In the author's view the fact that pacifists are so reluctant to get to this point in their reasoning has much to do with the fact that for most, struggle against the state is not a daily reality. Indeed, their whole concern stems from a moral objection to the 'wickedness' of the state, rather any personal threat to their lives and communities. From such a privileged position, pacifists can espouse non-violent revolution and engage in political action without the risks most political dissidents take. Churchill does recognise that some pacifist practitioners have run real risks for their beliefs - such as the followers of Gandhi beaten to death in pursuit of non-violent revolution and those who have immolated themselves or incurred long prison sentences taking action for their cause. However, in the main, Churchill argues that North American pacifists are caught up in a politics of 'the comfort zone' based on the guiding question of "What sort of politics might I engage in which will both allow me to posture as a progressive and allow me to avoid incurring harm to myself?" (p.49) Not surprisingly, the political practice which ensues from this underlying concern is not - and never can be - revolutionary, since if it were the state would respond with force. Pacifist praxis is therefore necessarily ineffectual and unthreatening.

Churchill's description of the kind of praxis pacifists do engage in will seem all too familiar to most of us who have been involved in non-violent activism. The protest march, sit-down blockade, rally etc. is revealed as the charade it really is. I found myself cringing at this point, recognising situations in which I had participated in the spectacle of symbolic action. Crucial aspects of this spectacle include the representatives of the state - the cops - invited to be there by the protest organisers, the elite band of stewards who ensure non-violence and 'responsible' conduct, and the protesters there to take part in a mass arrest for transgressing some minor law. The whole thing is conducted in such a way as to cause minimum disruption to the workings of the state (the police are warned in advance to expect an estimated number of arrests) and to make sure that no-one (cops or protesters) gets hurt. As Churchill comments: "in especially 'militant' actions, arrestees go limp, undoubtedly severely taxing the state's repressive resources by forcing the police to carry them bodily to the vans...(monitored all the ensure that such 'police brutality' as pushing, shoving, or dropping an arrestee does not occur)." (p.54) The farcical ineffectuality of this symbolic protest is further emphasized when we remember that many of these demonstrations - especially in this country - are in protest at the use of state violence in the form of invasions of other countries (resulting in the loss of thousands of lives), production of nuclear weapons and other arms (potentially genocidal), or destruction of the environment (potentially ecocidal).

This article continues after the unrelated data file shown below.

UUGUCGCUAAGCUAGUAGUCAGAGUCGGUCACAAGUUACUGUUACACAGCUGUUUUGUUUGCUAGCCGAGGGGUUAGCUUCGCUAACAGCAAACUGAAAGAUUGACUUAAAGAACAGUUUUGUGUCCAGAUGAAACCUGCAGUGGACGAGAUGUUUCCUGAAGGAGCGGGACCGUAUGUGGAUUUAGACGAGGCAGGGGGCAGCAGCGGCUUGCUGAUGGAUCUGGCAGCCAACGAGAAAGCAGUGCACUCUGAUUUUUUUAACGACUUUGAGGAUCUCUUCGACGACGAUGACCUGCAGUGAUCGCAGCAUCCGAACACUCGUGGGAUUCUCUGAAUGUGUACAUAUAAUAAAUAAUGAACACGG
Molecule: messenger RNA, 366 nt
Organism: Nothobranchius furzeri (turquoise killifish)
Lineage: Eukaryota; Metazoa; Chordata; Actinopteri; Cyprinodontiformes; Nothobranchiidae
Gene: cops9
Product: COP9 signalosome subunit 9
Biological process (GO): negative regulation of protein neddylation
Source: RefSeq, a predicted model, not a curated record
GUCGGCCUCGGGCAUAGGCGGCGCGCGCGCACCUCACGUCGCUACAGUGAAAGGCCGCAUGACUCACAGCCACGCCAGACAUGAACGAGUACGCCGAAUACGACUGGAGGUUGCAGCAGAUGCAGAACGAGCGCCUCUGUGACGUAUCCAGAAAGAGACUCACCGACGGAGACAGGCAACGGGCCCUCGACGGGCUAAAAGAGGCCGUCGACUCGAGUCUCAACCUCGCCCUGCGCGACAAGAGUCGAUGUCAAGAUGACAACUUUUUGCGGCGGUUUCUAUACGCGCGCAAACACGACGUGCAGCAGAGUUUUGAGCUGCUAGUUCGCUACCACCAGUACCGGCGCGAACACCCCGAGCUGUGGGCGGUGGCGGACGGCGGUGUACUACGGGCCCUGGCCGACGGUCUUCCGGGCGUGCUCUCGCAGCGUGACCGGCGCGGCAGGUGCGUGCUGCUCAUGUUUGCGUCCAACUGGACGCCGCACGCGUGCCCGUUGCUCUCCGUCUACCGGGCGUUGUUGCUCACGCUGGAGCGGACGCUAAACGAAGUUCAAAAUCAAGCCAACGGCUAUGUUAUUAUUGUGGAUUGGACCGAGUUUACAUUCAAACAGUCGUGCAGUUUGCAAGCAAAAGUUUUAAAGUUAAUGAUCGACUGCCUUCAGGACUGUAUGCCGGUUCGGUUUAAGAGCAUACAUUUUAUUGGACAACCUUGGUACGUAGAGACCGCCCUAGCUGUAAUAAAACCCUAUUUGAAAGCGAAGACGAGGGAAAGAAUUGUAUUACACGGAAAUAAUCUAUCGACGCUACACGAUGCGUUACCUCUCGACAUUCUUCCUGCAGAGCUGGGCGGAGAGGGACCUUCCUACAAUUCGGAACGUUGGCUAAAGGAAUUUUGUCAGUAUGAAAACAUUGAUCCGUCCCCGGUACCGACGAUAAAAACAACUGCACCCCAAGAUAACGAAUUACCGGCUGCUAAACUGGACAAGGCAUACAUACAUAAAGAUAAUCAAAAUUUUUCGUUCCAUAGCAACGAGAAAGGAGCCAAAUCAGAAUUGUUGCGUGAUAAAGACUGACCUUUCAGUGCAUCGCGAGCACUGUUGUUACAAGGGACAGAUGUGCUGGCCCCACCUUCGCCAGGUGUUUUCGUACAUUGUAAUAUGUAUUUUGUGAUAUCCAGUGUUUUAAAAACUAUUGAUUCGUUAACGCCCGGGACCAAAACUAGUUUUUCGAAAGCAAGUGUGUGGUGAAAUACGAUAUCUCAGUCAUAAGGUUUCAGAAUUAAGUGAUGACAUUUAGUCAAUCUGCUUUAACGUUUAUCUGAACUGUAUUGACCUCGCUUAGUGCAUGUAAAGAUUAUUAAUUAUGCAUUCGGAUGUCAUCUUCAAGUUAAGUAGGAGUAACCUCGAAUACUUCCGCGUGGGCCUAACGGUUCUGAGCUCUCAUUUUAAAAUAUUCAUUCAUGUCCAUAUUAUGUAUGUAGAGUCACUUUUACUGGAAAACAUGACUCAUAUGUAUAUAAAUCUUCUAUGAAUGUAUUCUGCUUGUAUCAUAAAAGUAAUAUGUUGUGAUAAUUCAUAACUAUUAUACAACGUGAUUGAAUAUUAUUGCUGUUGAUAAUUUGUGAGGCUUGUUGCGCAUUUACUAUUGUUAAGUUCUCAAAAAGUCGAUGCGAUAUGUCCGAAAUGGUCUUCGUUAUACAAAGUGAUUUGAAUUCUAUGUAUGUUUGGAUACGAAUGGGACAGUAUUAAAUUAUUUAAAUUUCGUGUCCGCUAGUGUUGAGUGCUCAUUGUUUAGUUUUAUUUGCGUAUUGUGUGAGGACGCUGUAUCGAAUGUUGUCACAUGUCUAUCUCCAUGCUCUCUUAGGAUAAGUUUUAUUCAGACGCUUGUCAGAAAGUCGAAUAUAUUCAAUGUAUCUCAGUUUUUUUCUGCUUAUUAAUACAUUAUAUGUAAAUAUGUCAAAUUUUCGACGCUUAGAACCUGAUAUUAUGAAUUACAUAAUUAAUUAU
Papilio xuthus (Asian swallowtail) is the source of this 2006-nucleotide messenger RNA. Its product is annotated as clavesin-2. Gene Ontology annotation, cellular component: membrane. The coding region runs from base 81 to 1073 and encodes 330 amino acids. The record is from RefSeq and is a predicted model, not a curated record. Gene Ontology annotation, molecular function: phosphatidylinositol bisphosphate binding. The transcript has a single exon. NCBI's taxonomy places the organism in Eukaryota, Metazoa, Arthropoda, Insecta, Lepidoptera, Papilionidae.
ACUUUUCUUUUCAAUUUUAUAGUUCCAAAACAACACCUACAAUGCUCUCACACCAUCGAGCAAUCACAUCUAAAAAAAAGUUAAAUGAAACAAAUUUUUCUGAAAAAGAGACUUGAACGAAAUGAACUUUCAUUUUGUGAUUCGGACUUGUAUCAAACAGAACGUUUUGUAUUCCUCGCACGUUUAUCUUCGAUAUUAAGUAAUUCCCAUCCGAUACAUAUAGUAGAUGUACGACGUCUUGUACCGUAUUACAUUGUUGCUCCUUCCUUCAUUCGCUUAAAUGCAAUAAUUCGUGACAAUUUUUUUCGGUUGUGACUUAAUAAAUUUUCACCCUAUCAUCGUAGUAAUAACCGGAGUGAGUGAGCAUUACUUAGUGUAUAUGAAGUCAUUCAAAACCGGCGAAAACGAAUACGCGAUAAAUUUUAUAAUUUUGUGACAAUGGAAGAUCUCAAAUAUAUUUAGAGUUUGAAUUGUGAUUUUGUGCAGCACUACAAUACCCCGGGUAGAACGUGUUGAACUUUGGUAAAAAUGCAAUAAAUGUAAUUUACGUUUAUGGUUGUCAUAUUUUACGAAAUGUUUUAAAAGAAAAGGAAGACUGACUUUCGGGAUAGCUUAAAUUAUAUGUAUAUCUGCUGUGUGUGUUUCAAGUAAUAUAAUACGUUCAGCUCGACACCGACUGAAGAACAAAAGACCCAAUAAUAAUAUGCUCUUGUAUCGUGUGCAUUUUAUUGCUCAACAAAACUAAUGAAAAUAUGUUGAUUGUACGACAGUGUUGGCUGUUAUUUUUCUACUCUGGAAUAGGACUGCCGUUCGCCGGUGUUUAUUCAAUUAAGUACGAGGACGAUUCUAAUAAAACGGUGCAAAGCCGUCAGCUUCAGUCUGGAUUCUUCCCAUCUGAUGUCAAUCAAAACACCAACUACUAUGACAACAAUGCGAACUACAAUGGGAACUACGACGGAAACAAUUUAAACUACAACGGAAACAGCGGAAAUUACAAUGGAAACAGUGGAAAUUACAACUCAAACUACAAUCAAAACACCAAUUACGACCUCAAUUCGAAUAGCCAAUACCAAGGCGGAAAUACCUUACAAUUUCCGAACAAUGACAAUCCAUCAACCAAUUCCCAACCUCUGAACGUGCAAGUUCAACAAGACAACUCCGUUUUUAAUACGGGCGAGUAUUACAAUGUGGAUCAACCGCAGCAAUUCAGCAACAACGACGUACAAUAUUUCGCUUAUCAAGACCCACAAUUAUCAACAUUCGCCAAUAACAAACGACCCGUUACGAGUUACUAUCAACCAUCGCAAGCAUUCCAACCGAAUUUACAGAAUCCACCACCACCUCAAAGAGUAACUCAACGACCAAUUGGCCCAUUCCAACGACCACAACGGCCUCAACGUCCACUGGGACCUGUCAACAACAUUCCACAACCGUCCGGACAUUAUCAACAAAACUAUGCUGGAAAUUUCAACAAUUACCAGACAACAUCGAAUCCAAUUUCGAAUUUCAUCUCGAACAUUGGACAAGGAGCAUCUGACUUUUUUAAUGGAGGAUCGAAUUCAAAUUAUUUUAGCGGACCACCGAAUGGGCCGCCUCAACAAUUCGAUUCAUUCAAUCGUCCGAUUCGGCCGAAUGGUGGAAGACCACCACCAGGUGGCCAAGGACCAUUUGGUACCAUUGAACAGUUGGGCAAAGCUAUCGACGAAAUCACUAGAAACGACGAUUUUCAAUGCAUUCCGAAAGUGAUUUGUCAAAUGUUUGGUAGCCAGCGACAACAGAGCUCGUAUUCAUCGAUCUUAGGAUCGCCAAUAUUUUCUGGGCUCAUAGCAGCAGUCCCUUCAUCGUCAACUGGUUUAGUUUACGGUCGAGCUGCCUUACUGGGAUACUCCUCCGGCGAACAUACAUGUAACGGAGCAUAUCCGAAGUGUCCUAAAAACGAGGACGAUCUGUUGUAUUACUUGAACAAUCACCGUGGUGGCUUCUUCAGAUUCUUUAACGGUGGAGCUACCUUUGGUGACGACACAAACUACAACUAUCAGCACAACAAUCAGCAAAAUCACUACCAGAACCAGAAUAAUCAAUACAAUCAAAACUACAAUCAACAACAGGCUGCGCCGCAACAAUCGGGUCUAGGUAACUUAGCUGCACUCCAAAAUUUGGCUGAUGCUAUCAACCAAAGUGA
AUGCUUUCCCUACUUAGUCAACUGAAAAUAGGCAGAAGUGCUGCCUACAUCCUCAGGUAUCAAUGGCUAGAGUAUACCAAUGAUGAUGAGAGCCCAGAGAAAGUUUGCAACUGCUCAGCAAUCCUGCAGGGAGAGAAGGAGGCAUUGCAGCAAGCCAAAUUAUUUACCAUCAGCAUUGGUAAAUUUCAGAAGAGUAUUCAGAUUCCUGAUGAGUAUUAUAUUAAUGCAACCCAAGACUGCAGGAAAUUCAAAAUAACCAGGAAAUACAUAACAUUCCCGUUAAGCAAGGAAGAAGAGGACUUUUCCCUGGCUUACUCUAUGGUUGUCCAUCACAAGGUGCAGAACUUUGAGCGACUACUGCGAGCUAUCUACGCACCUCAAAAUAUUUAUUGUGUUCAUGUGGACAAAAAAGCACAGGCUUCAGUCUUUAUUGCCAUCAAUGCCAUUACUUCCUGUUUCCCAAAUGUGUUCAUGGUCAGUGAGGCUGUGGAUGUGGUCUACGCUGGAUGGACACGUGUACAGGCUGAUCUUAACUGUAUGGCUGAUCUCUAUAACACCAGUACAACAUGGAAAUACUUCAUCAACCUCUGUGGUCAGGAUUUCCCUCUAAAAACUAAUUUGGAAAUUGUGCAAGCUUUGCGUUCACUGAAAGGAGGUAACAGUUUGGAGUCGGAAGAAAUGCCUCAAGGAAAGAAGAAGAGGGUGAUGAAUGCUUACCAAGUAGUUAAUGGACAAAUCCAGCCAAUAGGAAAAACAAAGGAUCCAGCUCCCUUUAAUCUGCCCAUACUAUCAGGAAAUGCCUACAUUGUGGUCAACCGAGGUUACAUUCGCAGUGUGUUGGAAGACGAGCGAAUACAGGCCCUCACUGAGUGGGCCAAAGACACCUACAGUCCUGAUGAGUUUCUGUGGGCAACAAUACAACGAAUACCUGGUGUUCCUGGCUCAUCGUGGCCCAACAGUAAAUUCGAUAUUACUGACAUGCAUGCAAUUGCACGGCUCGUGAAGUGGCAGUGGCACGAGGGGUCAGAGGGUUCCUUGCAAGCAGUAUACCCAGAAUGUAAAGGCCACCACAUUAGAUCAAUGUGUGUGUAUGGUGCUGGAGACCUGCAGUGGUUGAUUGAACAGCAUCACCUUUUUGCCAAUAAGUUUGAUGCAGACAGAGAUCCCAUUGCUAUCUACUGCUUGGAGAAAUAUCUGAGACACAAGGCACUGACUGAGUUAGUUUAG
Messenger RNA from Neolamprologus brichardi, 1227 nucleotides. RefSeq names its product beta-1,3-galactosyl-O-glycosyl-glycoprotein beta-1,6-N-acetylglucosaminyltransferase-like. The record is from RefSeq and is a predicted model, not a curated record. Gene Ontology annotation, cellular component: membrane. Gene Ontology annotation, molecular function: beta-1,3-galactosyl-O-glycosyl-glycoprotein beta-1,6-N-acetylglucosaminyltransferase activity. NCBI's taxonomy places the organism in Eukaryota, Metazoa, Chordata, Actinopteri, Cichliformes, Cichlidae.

Churchill is also highly critical of the condemnation that non-violent activists make of the 'violent minority' who refuse to play the game of merely symbolic protest. He points out the blatant hypocrisy surrounding the willingness of non-violent activists to 'stand in solidarity' with armed groups in the Third World who are resisting Western imperialist aggression, whilst simultaneously distancing themselves from anyone who dares to suggest a violent response in their own country! Churchill argues that this is more evidence of 'comfort zone' politics which not only leads to ineffective action but is actually racist: "Massive and unremitting violence in the colonies is appalling to right-thinking people but ultimately acceptable when compared with the unthinkable alternative that any degree of real violence might be redirected against 'mother country radicals'." (p.62) By intentionally avoiding any degree of state violence themselves, non-violent activists ensure that the brunt of it is borne by both Third World communities and minority communities in the West.